The insurance company AIG took a big step Monday toward paying back some of the bailout money it received, selling its valuable Asian subsidiary to the British insurance giant Prudential for more than $35 billion in stock and cash.
But AIG, which will use the proceeds to reimburse the U.S. government, still faces huge losses and it's not clear how much money it will be able to raise down the road.
"This particular unit is one of the jewels in AIG's crown," said Joseph Mason, professor of finance at Louisiana State University. "One of the thing that this unit brings with it is life insurance written against a demographically young population in Asia."
AIG is also expected to sell a separate unit to Metlife soon. The insurance giant collapsed in September 2008 largely because of massive liabilities it incurred in the market for credit default swaps. Since then the company has become the largest single recipient of government aid. The U.S. pledged about $180 billion to AIG, all but about $50 billion has been used.
But with public souring on the bailouts, AIG has faced pressure to pay the money back, said Christopher Whalen, senior vice president and managing director of Institutional Risk Analytics.
"They really have no choice," Whalen said. "The government and the Federal Reserve want to be paid back and the only prospect for doing so is to sell assets."
The problem, Whalen said, is that after unloading these two units AIG simply won't have many assets left to sell.
"It's a good thing, but these are some of the best assets that AIG has so I'm not sure we're going to see anything like the proceeds that we need for the government to be paid back in full," he said.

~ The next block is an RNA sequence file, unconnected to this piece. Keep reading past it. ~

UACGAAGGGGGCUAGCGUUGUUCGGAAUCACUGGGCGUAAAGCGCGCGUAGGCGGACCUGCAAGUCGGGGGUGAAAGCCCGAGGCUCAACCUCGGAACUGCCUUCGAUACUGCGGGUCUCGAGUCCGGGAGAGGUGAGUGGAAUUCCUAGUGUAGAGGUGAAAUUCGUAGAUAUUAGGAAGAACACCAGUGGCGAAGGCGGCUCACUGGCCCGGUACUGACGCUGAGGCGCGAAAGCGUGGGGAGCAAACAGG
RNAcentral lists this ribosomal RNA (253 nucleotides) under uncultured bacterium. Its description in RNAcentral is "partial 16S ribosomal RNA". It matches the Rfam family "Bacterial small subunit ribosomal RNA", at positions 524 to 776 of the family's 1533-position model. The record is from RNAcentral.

'Where Does This All Stop?'
Whalen noted that AIG now has a market capitalization of about $3.5 billion.
"Once you sell the Asian business, which, as I say, is one of the most attractive businesses they have, and you lose that cash flow you lose, that revenue what's left is going to be worthless, by definition," Whalen said.
At the same time, AIG said last week that it lost another $9 billion during the last three months of 2009, far less than it had lost in the disastrous last quarter of 2008, but a sign the worst isn't over for the company, Mason said.
"The big question is where does all this stop?" he said. "When do the losses stop rolling in as a result of the subprime experience and related upheavals and when do we get back to stable value for those assets?"
That is a question U.S. taxpayers want answered as well. Many big banks have already paid back some or all of the largesse they received from the federal government. But AIG, like Fannie Mae and General Motors, faces much longer odds; even if it can stop losing money, it's likely to emerge from the turmoil a much smaller and weaker company.